Link: The Bad Hair, Incorrect Feathering, and Missing Skin Flaps of Dinosaur Art
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    BamaNation Hall of Fame AUDub's Avatar
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    The Bad Hair, Incorrect Feathering, and Missing Skin Flaps of Dinosaur Art

    This is an interesting article on the pitfalls of making assumptions when reconstructing prehistoric animals.

    Inside the pitfalls of illustrating prehistoric creatures.

    Illustrating long-extinct creatures is difficult, but important work. With no living specimens to observe, it’s up to “paleoartists” who draw, paint, or otherwise illustrate the creatures of prehistory as we think they might’ve been. Their work is the reason that when we talk about velociraptors, stegosaurs, or even wooly mammoths, we have some idea of what they looked like.


    But since all we have to go on are fossils, deciding how a dinosaur would have looked is as much art as it is science. And there’s at least one paleoartist who thinks we might be getting things wrong.

    ...



    How a baboon skeleton might be interpreted by future paleoartists.

    ...

    Short of a Jurassic Park-style clone scenario, we might never know exactly what dinosaurs looked like. But until that day, we have artists like Kozeman to continue dreaming up the endless variations of the prehistoric animal world, by taking a cue from the creatures in our own backyards. “Do not imitate them, but see what other shapes they could take.”

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    BamaNation Hall of Fame bamachile's Avatar
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    Re: The Bad Hair, Incorrect Feathering, and Missing Skin Flaps of Dinosaur Art

    Silly artists. Anyone could see that's a chupacabra.
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    Senior Administrator TIDE-HSV's Avatar
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    Re: The Bad Hair, Incorrect Feathering, and Missing Skin Flaps of Dinosaur Art

    interesting read. I remember reading several years ago that a team consisting of, I think, structural engineers and orthopedists suggested that the postures of some dinosaurs, specifically T. Rex and Brontosaurus were unlikely. They showed that, based on hip structure in the case of T. Rex and spinal articulation in both, that both carried themselves more or less parallel to the ground, that instead of upright like most representations of T. Rex and with the head and neck towering into the sky in the case of brontosaurus. Most museums declined to adjust, based on what people were accustomed to seeing. In the case of brontosaurus, modern day giraffes influenced presentation. However, giraffes possess a variety of adaptations, bony and otherwise, that dinosaurs don't seem to have possessed...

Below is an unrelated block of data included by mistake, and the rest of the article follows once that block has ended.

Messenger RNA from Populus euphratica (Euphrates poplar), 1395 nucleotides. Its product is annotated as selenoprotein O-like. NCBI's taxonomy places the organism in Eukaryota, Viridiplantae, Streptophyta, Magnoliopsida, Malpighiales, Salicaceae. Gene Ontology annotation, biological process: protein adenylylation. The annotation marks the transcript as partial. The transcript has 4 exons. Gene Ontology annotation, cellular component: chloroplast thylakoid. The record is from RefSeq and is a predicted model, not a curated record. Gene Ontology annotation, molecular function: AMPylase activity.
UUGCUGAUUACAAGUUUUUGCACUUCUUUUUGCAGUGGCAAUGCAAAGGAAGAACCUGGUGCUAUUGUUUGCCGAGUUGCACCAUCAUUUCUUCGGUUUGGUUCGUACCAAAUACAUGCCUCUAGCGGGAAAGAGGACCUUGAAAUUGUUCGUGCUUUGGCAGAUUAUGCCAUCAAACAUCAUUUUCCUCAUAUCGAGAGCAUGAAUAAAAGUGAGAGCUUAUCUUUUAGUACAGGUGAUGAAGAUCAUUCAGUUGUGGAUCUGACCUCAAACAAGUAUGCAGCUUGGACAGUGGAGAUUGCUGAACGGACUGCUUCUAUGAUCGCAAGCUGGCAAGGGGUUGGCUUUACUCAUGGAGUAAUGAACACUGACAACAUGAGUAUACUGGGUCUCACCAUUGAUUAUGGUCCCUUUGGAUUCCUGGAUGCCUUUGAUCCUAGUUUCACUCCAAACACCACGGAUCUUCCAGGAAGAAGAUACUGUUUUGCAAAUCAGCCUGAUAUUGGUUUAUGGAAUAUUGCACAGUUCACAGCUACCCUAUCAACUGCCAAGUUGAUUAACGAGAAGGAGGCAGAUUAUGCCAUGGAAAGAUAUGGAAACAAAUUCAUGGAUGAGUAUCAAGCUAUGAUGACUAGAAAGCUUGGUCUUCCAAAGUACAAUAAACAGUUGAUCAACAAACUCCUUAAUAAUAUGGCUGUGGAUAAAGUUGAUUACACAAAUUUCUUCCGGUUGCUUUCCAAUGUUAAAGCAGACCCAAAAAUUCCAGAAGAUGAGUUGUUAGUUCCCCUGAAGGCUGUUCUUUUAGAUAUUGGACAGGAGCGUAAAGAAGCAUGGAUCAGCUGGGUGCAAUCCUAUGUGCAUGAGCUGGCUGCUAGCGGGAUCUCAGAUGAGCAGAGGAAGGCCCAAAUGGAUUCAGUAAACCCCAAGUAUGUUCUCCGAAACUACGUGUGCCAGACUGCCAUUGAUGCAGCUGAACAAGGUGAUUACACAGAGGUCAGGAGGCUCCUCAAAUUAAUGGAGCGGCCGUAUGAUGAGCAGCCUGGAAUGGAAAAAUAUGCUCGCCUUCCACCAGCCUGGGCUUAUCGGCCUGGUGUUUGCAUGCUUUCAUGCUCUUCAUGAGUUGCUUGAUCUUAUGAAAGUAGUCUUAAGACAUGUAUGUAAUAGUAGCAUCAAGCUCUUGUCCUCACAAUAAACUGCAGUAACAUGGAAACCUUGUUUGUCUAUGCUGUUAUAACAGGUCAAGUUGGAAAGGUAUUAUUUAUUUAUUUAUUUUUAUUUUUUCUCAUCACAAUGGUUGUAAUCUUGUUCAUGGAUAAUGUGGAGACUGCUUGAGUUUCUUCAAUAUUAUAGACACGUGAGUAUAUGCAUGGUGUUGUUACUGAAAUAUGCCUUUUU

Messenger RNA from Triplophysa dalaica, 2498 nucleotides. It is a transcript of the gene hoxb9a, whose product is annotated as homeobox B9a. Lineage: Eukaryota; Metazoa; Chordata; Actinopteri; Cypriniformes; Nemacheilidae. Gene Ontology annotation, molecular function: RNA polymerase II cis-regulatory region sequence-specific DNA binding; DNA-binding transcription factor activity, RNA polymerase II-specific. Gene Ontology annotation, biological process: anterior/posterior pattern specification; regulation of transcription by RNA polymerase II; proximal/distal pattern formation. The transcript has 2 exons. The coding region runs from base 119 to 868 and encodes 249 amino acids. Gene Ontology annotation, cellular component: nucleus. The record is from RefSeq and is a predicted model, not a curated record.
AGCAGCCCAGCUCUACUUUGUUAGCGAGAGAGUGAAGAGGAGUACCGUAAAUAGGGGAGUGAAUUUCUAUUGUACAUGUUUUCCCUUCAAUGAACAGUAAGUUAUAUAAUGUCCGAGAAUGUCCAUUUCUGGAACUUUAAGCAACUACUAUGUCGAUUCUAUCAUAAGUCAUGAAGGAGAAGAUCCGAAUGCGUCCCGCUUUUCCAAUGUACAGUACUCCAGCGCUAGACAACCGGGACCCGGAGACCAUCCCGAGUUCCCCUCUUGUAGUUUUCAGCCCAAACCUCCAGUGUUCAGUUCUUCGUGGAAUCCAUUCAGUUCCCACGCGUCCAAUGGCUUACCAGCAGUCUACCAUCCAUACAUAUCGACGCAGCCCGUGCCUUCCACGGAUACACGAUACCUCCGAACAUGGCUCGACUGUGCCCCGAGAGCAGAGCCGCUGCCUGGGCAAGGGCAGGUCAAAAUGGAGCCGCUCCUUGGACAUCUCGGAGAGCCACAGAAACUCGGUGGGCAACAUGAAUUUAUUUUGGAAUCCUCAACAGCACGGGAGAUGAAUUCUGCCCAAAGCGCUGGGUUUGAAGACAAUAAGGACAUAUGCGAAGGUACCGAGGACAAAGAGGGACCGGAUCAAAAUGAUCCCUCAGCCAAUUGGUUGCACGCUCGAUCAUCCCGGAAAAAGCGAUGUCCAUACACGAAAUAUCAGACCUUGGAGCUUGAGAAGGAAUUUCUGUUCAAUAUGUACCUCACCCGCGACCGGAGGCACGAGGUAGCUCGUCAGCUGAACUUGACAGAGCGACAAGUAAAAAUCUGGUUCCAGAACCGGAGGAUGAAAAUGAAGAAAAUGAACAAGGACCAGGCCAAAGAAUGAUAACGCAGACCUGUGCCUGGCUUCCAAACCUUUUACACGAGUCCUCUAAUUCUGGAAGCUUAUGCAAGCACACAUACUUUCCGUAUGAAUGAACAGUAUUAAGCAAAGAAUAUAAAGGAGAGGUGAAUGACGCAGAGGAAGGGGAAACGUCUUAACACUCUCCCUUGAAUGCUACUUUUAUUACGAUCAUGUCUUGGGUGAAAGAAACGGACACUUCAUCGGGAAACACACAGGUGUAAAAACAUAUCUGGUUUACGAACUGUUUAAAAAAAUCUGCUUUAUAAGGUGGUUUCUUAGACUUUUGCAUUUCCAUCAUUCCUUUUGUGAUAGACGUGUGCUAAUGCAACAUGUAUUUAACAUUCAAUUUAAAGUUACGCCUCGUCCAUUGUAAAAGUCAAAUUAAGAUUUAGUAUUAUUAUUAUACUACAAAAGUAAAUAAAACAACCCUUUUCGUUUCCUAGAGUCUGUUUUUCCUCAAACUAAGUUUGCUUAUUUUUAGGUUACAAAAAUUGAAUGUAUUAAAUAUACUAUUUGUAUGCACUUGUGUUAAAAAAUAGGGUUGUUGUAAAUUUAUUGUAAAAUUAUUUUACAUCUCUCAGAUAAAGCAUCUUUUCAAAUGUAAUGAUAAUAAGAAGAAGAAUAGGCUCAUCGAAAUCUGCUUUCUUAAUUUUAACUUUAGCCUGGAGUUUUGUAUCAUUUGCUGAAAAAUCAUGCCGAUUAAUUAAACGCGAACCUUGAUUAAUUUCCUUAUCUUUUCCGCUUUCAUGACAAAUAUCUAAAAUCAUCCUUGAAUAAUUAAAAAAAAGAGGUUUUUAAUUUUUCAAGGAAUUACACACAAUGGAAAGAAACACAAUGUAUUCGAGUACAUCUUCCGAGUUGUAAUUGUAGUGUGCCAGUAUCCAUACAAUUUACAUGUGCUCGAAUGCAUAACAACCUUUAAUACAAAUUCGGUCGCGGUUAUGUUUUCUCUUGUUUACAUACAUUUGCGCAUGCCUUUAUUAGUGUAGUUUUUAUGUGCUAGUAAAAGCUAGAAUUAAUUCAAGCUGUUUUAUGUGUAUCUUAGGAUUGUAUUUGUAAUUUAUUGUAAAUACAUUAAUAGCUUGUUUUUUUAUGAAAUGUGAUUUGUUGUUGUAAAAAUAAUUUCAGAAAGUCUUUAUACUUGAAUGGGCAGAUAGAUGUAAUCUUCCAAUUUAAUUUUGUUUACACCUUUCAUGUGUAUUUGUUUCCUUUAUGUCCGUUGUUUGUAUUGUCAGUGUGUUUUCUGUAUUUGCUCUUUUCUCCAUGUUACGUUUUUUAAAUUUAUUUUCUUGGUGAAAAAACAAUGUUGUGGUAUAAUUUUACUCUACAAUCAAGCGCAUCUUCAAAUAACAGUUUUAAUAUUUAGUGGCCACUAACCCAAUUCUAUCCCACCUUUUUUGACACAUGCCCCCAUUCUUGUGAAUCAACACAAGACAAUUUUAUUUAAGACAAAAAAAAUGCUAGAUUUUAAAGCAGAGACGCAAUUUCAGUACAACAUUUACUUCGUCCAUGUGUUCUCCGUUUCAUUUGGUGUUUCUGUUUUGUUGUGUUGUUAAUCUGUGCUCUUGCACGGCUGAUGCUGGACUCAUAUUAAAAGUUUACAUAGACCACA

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    BamaNation Hall of Fame cbi1972's Avatar
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    Re: The Bad Hair, Incorrect Feathering, and Missing Skin Flaps of Dinosaur Art

    Quote Originally Posted by TIDE-HSV View Post
    interesting read. I remember reading several years ago that a team consisting of, I think, structural engineers and orthopedists suggested that the postures of some dinosaurs, specifically T. Rex and Brontosaurus were unlikely. They showed that, based on hip structure in the case of T. Rex and spinal articulation in both, that both carried themselves more or less parallel to the ground, that instead of upright like most representations of T. Rex and with the head and neck towering into the sky in the case of brontosaurus. Most museums declined to adjust, based on what people were accustomed to seeing. In the case of brontosaurus, modern day giraffes influenced presentation. However, giraffes possess a variety of adaptations, bony and otherwise, that dinosaurs don't seem to have possessed...
    The vascular system of giraffes is really amazing. Their heart beats twice as often (150bpm) and twice as hard (280/180 mmHg) as a human heart.

    Their recurrent laryngeal nerve also makes a bizarre 15 foot detour to accommodate their long necks. This is presented as evidence either for evolution or for divine ineffability, depending on who you ask.
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